TORONTO -- In July, then 24-year-old Justin Fernandes was walking home from work when he was struck by a motorcycle. The impact severed his right leg and sent him to the hospital and subsequently a rehabilitation facility for months.

Now, he has a Christmas gift that would make most people do a double take -- the articulated bones of his lost limb, a testament to the struggles he went through in a year unlike any other.

“This was my closure, basically,” Fernandes told CTV in a phone interview Thursday. “This is how I wanted to grieve.”

But to make his dream a reality took months of coordination, hundreds of emails, dozens of phone calls, and just little bit of internet magic.

After his accident, Fernandes posted a message on an internet page dedicated to taxidermy and made a quip about having his leg treated -- and the Prehistoria Natural History Centre (PNHC) in downtown Toronto answered.

PNHC routinely handles animal skeletons for display purposes and also have a business doing pet memorials -- which often require putting the bones back together again.

“We didn't know him when the incident happened…. but through the process we've gotten to know each other quite well and he's kind of become an adopted member of our family here at the museum,” Head Director of the PNHC Ben Lovatt told CTV in a phone interview.

While some may have balked at the idea of Fernandes’ request, Lovatt and his team embraced his vision wholeheartedly.

“Everyone heals in their own way from a tragic incident,” Lovatt said. “And this incident was a hit and run that left him almost bleeding to death at the side of the road. So he was trying to find some way to have closure, some way to kind of feel whole again, and this was a unique way to do so.”

Lovatt also provided his services for free.

“We actually had heard that he had reached out to a taxidermy studio who quoted him $15,000 to do his leg. Now, for a frame of reference what $15,000 should get you in terms of bone preparation, I would charge that much to take an entire dead whale off of a beach, tear it down to bone and mount it up. So yeah, it was quite an outrageous request for that much money. So for us it seemed like it was a something we could give back,” he explained.

But one does not simply walk out of a hospital with a severed limb, even if it’s your own.

“I had to get a custom waiver to get it released,” Fernandes said. “If you can picture this, I’m just in this hospital, I don’t even have a prosthetic leg at this point, I’m just hopping around, I’m stuck in bed and I’m sending 100 emails and dozens of phone calls all over the place.”

Lovatt also had to prove to the hospital that PNHC was equipped for the job.

“We presented evidence that we could handle this in a safe manner and in effectively a clean room and in terms of the ethics board issues they had, we showed them the work we've done in the past…and showed them that our intent was to provide a clean, beautiful piece to help him kind of reconnect and heal from his trauma, as opposed to kind of make a freak show out of it,” Lovatt said.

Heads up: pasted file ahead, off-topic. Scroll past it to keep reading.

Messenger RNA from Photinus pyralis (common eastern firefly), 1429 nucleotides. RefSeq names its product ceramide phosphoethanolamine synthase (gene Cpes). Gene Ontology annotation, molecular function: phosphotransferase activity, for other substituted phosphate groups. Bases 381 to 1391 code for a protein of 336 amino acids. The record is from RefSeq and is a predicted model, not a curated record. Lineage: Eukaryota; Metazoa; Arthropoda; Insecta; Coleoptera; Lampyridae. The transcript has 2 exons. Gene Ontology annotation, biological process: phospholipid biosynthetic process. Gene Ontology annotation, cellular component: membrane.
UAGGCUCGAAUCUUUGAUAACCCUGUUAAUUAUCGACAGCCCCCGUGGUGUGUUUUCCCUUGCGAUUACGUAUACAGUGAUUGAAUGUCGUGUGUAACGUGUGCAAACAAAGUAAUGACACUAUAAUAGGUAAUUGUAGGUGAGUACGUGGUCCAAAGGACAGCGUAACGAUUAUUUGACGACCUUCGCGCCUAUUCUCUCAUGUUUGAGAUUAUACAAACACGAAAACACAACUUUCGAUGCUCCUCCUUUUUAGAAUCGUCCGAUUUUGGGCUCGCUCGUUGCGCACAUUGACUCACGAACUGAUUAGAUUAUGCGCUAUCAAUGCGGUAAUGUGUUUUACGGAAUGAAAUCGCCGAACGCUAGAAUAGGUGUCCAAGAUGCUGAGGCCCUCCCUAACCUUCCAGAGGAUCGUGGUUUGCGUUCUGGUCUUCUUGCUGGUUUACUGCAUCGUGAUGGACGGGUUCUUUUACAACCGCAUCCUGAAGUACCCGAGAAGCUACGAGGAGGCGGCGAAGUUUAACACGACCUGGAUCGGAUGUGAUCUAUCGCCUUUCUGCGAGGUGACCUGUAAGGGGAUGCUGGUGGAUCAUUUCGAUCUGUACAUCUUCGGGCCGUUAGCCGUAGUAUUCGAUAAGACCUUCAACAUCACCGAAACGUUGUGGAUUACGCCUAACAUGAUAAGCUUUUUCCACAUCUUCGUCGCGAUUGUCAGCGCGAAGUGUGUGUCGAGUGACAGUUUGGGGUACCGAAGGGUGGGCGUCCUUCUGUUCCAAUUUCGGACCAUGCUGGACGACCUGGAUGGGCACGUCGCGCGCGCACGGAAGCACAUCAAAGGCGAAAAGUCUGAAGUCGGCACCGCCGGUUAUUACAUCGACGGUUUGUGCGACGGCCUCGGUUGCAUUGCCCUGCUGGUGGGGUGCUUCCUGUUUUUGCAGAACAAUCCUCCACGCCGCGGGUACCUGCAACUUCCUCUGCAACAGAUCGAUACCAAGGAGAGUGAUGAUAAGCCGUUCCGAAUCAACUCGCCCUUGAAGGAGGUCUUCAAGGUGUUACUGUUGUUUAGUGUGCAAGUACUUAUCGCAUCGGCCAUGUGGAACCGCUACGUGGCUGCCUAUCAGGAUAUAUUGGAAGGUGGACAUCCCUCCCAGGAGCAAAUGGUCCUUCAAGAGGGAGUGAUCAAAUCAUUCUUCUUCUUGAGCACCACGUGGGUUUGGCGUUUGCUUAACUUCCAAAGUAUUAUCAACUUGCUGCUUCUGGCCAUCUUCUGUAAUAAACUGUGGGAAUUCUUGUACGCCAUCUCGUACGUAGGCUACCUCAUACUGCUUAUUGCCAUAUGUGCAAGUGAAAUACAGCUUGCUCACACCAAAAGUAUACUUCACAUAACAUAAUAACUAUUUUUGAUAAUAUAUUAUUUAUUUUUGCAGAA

Once given the go-ahead, Fernandes had to find a funeral home to pick up and handle his leg to transport to PNHC, which he said was a “challenge,” especially in a pandemic.

But eventually it all came together, months after the accident.

“They pick it up, it’s boxed, it’s wrapped up, it’s got biohazard stickers all over – it looks crazy,” Fernandes said.

Once the leg was delivered to PNHC, Lovatt and his team went to work.

PNHC staff brought Fernandes’ leg into their cleaning facility, removed all of the soft tissue and then used peroxide to stabilize and whiten the bones “to make sure the resulting finished product would actually be sterile and safe,” Lovatt said.

Fernandes got to see, and hold, his leg Wednesday after months of agonizing work to make his vision a reality.

“That was the first time I held my entire leg rearticulated -- it was unreal,” he said, adding that seeing his leg among all the other bones in the museum was a bit of a reckoning.

“I have to remind myself that, ‘Hey, that’s your leg, you walked on that,’” he said. “It’s hard.”

It was also the first time he was able to see the damage his leg suffered in the accident -- all of the shattered and fragmented pieces.

Despite initial pushback from his family, who felt that Fernandes’ decision was “morbid,” he doesn’t regret his choices.

“To me, turning that morbid, sad object that people would just dispose of and forget, I wanted to turn it into art basically, and that’s what I see, when I see it, art. I think it’s beautiful,” Fernandes said.

“You grieve however you feel is the right way to grieve. It’s your loss.”

Fernandes hopes his story provides other amputees inspiration on alternative ways to handle the complex emotions associated with losing a limb, and says this process has given him a way to move forward.

“Two months ago, I couldn’t even walk,” he said. “It takes a lot of willpower but it can be done. This isn’t the end. Your life isn’t over.”

Now, Fernandes said he just needs to figure out his final problem -- where does one display their severed leg?